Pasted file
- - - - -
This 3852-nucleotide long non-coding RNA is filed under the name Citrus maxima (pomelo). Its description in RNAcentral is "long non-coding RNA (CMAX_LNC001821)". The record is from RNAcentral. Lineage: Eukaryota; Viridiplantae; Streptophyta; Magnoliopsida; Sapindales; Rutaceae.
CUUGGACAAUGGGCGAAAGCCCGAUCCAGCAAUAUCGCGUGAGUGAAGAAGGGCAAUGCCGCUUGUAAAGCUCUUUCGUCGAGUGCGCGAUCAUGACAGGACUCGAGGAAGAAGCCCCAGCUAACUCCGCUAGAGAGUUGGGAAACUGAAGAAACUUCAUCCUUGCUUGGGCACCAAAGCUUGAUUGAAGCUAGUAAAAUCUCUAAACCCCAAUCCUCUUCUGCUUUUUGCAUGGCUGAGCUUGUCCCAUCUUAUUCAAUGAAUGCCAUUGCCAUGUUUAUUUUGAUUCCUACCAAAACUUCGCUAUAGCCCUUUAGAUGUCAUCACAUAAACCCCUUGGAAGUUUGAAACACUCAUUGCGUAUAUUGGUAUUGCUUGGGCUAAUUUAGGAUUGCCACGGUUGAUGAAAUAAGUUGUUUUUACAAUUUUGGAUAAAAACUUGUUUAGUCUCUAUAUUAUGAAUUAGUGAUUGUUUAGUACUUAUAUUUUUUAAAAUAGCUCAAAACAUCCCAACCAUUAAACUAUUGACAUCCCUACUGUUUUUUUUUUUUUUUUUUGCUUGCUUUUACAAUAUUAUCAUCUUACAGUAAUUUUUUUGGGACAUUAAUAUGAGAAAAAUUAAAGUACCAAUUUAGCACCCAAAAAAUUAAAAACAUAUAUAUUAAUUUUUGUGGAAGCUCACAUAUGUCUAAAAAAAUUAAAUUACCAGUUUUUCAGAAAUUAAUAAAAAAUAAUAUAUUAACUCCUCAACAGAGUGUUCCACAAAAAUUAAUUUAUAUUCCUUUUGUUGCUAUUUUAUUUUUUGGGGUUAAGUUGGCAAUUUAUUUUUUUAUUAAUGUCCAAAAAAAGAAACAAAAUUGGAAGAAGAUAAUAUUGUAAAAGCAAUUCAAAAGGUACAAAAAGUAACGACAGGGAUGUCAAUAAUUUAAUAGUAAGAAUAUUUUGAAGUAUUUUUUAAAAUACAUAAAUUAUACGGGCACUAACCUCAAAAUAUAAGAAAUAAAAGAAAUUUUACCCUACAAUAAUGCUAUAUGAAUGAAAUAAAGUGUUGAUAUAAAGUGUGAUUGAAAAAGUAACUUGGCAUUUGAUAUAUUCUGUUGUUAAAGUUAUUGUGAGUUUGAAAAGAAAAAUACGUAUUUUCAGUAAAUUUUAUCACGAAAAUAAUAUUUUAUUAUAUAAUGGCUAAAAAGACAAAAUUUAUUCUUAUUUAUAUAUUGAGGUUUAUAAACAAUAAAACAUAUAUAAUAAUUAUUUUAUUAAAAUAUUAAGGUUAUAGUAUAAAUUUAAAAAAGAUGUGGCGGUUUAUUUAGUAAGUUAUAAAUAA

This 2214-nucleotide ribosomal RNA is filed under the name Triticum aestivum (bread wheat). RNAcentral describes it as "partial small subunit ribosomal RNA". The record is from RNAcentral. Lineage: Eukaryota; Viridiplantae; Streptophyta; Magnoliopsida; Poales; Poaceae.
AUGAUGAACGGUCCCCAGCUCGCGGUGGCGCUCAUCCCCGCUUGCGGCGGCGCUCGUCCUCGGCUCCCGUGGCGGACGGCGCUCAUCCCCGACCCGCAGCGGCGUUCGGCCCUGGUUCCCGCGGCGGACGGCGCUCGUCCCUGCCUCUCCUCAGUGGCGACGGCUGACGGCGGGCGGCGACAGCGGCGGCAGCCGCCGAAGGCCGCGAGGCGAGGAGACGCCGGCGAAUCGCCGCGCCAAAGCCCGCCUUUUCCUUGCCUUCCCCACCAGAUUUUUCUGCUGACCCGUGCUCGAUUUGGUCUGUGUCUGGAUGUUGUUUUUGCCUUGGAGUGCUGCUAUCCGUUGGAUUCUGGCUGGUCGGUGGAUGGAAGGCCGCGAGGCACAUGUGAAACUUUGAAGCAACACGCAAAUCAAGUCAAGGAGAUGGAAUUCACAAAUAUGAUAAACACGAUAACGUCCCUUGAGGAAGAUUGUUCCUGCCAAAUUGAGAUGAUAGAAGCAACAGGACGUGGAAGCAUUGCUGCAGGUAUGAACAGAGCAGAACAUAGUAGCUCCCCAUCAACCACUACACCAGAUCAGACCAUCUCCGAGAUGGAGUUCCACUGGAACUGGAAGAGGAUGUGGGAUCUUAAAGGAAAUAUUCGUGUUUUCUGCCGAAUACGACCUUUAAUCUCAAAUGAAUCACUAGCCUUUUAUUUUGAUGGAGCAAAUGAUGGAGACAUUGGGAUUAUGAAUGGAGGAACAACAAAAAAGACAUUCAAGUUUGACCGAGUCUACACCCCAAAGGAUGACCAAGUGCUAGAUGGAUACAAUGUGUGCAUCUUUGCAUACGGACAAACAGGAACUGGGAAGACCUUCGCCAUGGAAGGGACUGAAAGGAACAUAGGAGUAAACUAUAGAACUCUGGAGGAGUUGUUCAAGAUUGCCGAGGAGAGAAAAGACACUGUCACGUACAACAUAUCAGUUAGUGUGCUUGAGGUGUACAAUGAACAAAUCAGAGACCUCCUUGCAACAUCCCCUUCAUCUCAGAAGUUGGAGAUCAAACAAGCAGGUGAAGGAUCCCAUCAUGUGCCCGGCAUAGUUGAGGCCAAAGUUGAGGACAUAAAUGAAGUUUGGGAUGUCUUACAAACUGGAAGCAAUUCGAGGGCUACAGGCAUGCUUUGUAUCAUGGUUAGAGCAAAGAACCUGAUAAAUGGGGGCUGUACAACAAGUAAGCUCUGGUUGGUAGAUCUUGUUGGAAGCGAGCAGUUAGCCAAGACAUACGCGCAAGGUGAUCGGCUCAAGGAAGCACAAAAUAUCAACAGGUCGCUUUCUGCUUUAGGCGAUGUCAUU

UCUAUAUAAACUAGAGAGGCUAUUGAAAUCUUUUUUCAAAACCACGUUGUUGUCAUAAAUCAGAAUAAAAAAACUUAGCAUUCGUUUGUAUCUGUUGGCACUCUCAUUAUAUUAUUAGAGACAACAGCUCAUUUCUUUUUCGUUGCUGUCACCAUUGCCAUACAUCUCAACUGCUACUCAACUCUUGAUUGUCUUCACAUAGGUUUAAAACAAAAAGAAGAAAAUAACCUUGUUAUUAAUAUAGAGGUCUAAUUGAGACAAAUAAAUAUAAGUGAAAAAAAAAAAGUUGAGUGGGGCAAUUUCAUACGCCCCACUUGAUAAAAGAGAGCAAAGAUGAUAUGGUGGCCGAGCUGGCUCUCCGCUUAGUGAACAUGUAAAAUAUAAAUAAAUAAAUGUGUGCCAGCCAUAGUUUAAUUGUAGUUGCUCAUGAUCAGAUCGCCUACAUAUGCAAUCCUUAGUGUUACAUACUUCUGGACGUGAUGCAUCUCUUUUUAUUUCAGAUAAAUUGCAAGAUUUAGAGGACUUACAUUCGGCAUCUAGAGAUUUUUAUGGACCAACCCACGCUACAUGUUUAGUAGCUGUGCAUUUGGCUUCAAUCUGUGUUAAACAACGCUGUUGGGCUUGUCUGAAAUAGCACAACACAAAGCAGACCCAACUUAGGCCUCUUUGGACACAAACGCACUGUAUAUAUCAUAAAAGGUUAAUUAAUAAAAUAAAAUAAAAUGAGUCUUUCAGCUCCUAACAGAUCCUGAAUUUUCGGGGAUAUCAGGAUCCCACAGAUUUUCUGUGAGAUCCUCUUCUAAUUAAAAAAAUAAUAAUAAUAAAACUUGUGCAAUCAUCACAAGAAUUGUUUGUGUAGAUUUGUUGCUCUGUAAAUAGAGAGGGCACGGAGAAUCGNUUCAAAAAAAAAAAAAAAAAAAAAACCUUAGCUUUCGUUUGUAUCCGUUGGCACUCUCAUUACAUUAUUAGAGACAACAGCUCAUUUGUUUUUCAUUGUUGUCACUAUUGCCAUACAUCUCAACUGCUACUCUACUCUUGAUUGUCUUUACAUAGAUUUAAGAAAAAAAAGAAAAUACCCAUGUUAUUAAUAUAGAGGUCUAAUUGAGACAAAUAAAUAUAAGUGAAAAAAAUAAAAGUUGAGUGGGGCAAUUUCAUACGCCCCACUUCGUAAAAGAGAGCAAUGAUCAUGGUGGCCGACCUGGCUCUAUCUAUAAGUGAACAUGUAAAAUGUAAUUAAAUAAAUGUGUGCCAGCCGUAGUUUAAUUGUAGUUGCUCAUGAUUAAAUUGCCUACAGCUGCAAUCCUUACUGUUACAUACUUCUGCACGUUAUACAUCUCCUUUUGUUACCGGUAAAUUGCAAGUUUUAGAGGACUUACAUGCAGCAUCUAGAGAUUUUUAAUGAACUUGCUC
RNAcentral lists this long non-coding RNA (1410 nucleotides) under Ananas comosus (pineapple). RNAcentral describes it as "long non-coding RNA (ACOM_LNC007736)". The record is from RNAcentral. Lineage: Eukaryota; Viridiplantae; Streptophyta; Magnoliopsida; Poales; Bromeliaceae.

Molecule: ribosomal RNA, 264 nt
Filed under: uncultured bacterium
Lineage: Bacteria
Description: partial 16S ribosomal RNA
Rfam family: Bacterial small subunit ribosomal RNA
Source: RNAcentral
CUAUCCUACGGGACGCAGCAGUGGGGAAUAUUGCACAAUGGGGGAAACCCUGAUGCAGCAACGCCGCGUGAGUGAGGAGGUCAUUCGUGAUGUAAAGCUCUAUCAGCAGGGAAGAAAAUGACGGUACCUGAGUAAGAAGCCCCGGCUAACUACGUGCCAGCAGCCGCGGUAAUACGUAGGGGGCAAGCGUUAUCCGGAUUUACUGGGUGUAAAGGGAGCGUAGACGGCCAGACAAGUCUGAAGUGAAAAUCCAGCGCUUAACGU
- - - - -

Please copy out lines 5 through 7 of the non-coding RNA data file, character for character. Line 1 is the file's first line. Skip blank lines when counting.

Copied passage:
UCUAUAUAAACUAGAGAGGCUAUUGAAAUCUUUUUUCAAAACCACGUUGUUGUCAUAAAUCAGAAUAAAAAAACUUAGCAUUCGUUUGUAUCUGUUGGCACUCUCAUUAUAUUAUUAGAGACAACAGCUCAUUUCUUUUUCGUUGCUGUCACCAUUGCCAUACAUCUCAACUGCUACUCAACUCUUGAUUGUCUUCACAUAGGUUUAAAACAAAAAGAAGAAAAUAACCUUGUUAUUAAUAUAGAGGUCUAAUUGAGACAAAUAAAUAUAAGUGAAAAAAAAAAAGUUGAGUGGGGCAAUUUCAUACGCCCCACUUGAUAAAAGAGAGCAAAGAUGAUAUGGUGGCCGAGCUGGCUCUCCGCUUAGUGAACAUGUAAAAUAUAAAUAAAUAAAUGUGUGCCAGCCAUAGUUUAAUUGUAGUUGCUCAUGAUCAGAUCGCCUACAUAUGCAAUCCUUAGUGUUACAUACUUCUGGACGUGAUGCAUCUCUUUUUAUUUCAGAUAAAUUGCAAGAUUUAGAGGACUUACAUUCGGCAUCUAGAGAUUUUUAUGGACCAACCCACGCUACAUGUUUAGUAGCUGUGCAUUUGGCUUCAAUCUGUGUUAAACAACGCUGUUGGGCUUGUCUGAAAUAGCACAACACAAAGCAGACCCAACUUAGGCCUCUUUGGACACAAACGCACUGUAUAUAUCAUAAAAGGUUAAUUAAUAAAAUAAAAUAAAAUGAGUCUUUCAGCUCCUAACAGAUCCUGAAUUUUCGGGGAUAUCAGGAUCCCACAGAUUUUCUGUGAGAUCCUCUUCUAAUUAAAAAAAUAAUAAUAAUAAAACUUGUGCAAUCAUCACAAGAAUUGUUUGUGUAGAUUUGUUGCUCUGUAAAUAGAGAGGGCACGGAGAAUCGNUUCAAAAAAAAAAAAAAAAAAAAAACCUUAGCUUUCGUUUGUAUCCGUUGGCACUCUCAUUACAUUAUUAGAGACAACAGCUCAUUUGUUUUUCAUUGUUGUCACUAUUGCCAUACAUCUCAACUGCUACUCUACUCUUGAUUGUCUUUACAUAGAUUUAAGAAAAAAAAGAAAAUACCCAUGUUAUUAAUAUAGAGGUCUAAUUGAGACAAAUAAAUAUAAGUGAAAAAAAUAAAAGUUGAGUGGGGCAAUUUCAUACGCCCCACUUCGUAAAAGAGAGCAAUGAUCAUGGUGGCCGACCUGGCUCUAUCUAUAAGUGAACAUGUAAAAUGUAAUUAAAUAAAUGUGUGCCAGCCGUAGUUUAAUUGUAGUUGCUCAUGAUUAAAUUGCCUACAGCUGCAAUCCUUACUGUUACAUACUUCUGCACGUUAUACAUCUCCUUUUGUUACCGGUAAAUUGCAAGUUUUAGAGGACUUACAUGCAGCAUCUAGAGAUUUUUAAUGAACUUGCUC
RNAcentral lists this long non-coding RNA (1410 nucleotides) under Ananas comosus (pineapple). RNAcentral describes it as "long non-coding RNA (ACOM_LNC007736)". The record is from RNAcentral. Lineage: Eukaryota; Viridiplantae; Streptophyta; Magnoliopsida; Poales; Bromeliaceae.

Molecule: ribosomal RNA, 264 nt